According to the World Health Organization, one in three women around the world have experienced domestic violence. Whether that may be physical or sexual abuse, women around the world are being hurt by their loved ones. The country with some of the highest estimated rates of domestic violence in the world is New Zealand.
A 2017 report in the New Zealand Herald found that the country had the “worst rate of family and intimate-partner violence in the world.” An estimated 525,000 New Zealanders are abused each year. Currently, police respond to calls of domestic violence abuse in New Zealand every 4 minutes, yet 80 percent of domestic abuse goes unreported.
The situation could be described as an endemic. Finally, some lawmakers in New Zealand are doing something about it.
In a vote of 63-57 on June 25th, New Zealand passed a law to protect victims of domestic violence. The law allows victims 10 days of paid leave from work, in addition to holiday and sick leave. The time off from work would allow for victims to leave their partners, find new places to live, and protect themselves and their children. Victims do not need to provide proof of their circumstances to their employer.
While the bill was a success, it faced a lot of criticism from Logie’s fellow MPs. Some who initially supported the bill withdrew support later, claiming that the cost to small- and medium-sized businesses would be too large. They also claimed the law would dissuade employers from hiring those they think are domestic violence victims. Criticism arose surrounding the fact that Logie’s bill may not actually do much of anything at all.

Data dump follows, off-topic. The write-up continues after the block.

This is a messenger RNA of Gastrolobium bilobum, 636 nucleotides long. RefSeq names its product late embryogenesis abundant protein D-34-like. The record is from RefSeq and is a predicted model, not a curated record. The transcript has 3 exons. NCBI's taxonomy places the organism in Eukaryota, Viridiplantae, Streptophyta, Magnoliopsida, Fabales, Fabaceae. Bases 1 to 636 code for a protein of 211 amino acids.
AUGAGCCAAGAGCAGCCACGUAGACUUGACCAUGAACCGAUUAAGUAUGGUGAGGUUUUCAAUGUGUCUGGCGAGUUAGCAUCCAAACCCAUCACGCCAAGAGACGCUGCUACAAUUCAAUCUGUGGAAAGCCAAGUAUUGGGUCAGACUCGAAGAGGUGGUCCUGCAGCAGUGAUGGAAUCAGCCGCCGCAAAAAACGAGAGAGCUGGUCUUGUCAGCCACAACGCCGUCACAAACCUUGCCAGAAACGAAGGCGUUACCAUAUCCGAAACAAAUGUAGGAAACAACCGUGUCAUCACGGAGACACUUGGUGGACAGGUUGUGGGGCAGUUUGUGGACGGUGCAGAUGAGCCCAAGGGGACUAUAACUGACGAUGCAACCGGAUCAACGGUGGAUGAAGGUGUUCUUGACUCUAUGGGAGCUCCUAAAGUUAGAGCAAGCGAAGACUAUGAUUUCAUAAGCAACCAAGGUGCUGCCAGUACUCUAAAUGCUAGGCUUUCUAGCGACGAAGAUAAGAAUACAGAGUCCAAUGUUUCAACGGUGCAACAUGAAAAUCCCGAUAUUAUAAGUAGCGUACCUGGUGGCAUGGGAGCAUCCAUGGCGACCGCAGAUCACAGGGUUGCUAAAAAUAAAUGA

“Jan Logie’s bill is not going to prevent or stop one domestic violence attack against a woman,” Mark Mitchell, the National Party’s justice spokesperson, told the BBC.
Other opposition came from supporters of Logie’s bill itself, but those who were still frustrated with the current status quo in New Zealand.
“Obviously we are happy and thrilled [about the bill] but in the scheme of things the struggle goes on,” said Holly Carrington, a spokeswoman for Shine, a charity helping victims of domestic abuse. “Our frontline staff are overwhelmed on a daily basis. We have dangerous, high-risk cases every day where the system is completely failing to protect them.”
Despite the criticism, Logie still teared up when her bill was passed. She believes the bill, which will come into effect April of next year, is the necessary first step to fighting the endemic that is domestic violence in her country.
“Part of this initiative is getting a whole-of-society response. We don’t just leave it to police but realize we all have a role in helping victims. It is also about changing the cultural norms and saying ‘we all have a stake in this and it is not okay,’” said Logie.
The MP also said that she felt that domestic violence could seep into the workplace. Abusers could stalk their partners or threaten their coworkers. The attempt, she said, is to break the attachment that victims have to their workplace so that they are more dependent on their abusive partner.
The only other country to pass a similar law at the national level is the Philippines, where the bill became law in 2004. Other protective domestic violence laws exist in Canada, in the Manitoba and Ontario provinces.
The law’s formulation came from Logie’s previous work at the Women’s Refuge. Research found that 60 percent of women in abusive relationships had full-time jobs at the start of the relationship, and that less than half managed to keep their job.
“Those who stayed faced numerous hardships affecting their future employment prospects, and those who left found it difficult to reenter the workforce,” Logie told the New York Times.
High rates of poverty and alcohol and drug abuse are linked to cases of domestic violence.
“We know it, but we don’t understand it. I don’t think you ever understand it properly unless it has actually happened to you,” said Dr. Ang Jury, the chief executive of Women’s Refuge.
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